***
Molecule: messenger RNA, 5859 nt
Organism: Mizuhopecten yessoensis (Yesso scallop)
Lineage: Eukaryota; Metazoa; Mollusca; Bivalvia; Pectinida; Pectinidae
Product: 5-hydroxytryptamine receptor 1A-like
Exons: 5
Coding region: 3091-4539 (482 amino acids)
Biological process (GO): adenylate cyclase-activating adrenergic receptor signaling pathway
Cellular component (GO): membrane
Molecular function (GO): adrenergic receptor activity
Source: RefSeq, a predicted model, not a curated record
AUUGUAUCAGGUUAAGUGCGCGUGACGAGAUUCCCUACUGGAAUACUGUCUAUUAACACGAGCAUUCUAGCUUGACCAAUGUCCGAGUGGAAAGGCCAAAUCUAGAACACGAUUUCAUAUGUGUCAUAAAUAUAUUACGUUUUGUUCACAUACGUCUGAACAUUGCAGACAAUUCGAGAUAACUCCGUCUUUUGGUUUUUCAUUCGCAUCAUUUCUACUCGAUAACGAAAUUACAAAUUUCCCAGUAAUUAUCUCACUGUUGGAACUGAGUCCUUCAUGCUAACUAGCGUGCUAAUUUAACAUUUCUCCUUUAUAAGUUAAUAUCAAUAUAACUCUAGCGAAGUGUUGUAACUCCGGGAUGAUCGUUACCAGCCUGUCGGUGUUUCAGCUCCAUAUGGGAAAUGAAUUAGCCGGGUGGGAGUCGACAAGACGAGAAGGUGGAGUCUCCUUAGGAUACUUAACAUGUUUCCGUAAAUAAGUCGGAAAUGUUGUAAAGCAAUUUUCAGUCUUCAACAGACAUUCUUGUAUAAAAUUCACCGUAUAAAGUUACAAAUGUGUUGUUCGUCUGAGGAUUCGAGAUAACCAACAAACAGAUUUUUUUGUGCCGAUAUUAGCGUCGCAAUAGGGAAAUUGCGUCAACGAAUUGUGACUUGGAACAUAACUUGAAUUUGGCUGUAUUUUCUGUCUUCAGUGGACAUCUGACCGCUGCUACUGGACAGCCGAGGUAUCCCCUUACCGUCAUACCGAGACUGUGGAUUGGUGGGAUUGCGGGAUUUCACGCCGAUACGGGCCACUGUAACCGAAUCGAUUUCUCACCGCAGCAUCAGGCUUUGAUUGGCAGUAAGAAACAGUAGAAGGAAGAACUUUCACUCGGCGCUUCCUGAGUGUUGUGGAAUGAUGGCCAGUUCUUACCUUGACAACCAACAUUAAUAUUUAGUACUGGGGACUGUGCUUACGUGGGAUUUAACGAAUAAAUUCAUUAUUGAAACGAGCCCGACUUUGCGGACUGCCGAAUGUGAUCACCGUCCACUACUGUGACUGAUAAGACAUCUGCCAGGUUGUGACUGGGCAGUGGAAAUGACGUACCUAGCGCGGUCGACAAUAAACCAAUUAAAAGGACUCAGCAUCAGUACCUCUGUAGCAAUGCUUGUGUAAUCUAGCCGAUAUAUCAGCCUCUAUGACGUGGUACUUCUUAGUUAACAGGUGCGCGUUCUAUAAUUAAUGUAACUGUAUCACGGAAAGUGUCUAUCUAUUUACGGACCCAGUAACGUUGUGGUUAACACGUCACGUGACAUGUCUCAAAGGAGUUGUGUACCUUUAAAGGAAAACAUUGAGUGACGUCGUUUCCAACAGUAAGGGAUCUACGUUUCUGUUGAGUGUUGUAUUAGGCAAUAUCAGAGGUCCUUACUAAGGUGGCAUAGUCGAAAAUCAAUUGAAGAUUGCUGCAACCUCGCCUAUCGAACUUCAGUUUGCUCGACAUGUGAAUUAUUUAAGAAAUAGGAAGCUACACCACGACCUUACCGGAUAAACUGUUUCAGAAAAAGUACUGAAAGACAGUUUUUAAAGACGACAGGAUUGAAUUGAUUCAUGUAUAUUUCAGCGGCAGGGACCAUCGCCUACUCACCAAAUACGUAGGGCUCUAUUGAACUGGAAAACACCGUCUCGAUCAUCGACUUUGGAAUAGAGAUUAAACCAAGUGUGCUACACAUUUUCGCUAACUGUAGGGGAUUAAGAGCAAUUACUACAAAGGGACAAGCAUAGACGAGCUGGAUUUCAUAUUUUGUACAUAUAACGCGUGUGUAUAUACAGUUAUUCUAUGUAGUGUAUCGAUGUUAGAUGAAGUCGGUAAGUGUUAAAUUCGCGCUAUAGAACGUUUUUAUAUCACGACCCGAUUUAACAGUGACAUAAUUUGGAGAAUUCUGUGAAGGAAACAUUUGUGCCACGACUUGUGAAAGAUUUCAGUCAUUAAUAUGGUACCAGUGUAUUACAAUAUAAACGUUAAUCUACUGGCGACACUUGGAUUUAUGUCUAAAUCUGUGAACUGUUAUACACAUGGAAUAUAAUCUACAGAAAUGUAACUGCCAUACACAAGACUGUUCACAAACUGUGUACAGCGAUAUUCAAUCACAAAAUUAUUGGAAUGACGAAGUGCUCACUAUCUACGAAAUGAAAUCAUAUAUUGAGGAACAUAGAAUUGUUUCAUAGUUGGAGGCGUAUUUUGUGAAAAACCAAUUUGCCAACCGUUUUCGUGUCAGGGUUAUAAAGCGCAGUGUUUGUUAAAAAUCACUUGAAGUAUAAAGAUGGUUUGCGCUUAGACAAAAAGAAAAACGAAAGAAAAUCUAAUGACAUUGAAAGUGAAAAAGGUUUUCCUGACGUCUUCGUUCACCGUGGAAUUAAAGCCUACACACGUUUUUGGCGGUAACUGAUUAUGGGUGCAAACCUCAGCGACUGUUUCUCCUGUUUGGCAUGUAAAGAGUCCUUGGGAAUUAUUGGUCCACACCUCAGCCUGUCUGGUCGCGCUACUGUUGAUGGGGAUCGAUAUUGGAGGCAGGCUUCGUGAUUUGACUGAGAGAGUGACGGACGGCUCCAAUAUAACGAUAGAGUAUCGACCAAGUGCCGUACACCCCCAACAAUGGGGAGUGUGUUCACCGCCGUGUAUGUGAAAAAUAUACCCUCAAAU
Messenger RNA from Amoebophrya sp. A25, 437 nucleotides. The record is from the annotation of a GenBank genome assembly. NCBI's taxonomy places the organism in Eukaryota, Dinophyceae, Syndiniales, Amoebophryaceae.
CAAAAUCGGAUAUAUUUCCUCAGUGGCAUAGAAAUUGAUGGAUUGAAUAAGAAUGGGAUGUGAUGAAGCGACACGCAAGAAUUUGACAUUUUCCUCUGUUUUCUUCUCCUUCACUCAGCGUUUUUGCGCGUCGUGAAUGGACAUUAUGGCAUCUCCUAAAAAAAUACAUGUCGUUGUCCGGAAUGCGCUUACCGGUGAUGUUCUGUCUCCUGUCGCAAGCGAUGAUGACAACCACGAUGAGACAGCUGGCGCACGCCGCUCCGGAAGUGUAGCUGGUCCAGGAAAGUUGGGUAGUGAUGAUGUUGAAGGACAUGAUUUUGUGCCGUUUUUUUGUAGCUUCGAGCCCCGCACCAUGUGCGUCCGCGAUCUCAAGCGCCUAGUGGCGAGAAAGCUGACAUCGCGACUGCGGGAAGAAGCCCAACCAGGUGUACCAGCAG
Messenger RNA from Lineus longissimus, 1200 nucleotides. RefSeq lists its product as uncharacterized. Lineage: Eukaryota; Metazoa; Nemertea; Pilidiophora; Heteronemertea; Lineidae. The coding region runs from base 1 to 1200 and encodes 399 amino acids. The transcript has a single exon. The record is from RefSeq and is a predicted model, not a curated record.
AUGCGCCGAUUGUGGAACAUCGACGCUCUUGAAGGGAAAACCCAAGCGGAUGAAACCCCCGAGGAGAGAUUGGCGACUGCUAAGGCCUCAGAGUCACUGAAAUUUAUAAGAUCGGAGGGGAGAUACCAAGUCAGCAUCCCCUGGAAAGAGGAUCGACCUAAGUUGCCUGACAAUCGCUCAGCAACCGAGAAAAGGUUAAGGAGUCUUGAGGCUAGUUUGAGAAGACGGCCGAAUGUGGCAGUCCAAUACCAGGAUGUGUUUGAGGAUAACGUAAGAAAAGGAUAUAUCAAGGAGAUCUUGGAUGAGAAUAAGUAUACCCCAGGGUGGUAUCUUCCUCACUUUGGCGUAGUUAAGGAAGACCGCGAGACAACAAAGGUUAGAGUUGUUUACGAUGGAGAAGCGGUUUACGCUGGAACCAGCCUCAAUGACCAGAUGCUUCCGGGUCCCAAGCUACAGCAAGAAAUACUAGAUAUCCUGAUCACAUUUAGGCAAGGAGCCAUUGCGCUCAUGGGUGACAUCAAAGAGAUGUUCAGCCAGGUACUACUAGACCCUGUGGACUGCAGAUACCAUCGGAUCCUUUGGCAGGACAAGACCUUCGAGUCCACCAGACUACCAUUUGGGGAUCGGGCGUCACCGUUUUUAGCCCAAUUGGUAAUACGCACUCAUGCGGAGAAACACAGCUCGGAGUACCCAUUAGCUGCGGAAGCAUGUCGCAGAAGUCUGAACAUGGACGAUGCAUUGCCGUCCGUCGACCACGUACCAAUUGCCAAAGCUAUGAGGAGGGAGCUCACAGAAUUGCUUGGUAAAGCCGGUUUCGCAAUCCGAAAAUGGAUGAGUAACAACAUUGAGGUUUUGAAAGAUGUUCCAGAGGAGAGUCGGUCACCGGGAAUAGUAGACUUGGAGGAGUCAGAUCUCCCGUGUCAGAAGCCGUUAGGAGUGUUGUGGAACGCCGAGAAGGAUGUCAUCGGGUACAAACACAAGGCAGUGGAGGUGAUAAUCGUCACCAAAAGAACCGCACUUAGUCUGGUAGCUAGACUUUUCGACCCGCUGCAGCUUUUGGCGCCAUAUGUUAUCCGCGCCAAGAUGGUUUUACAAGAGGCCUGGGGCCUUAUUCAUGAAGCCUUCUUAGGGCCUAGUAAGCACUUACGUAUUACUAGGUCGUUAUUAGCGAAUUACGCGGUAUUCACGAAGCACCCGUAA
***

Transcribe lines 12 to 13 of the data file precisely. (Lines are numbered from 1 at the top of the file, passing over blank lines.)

Messenger RNA from Amoebophrya sp. A25, 437 nucleotides. The record is from the annotation of a GenBank genome assembly. NCBI's taxonomy places the organism in Eukaryota, Dinophyceae, Syndiniales, Amoebophryaceae.
CAAAAUCGGAUAUAUUUCCUCAGUGGCAUAGAAAUUGAUGGAUUGAAUAAGAAUGGGAUGUGAUGAAGCGACACGCAAGAAUUUGACAUUUUCCUCUGUUUUCUUCUCCUUCACUCAGCGUUUUUGCGCGUCGUGAAUGGACAUUAUGGCAUCUCCUAAAAAAAUACAUGUCGUUGUCCGGAAUGCGCUUACCGGUGAUGUUCUGUCUCCUGUCGCAAGCGAUGAUGACAACCACGAUGAGACAGCUGGCGCACGCCGCUCCGGAAGUGUAGCUGGUCCAGGAAAGUUGGGUAGUGAUGAUGUUGAAGGACAUGAUUUUGUGCCGUUUUUUUGUAGCUUCGAGCCCCGCACCAUGUGCGUCCGCGAUCUCAAGCGCCUAGUGGCGAGAAAGCUGACAUCGCGACUGCGGGAAGAAGCCCAACCAGGUGUACCAGCAG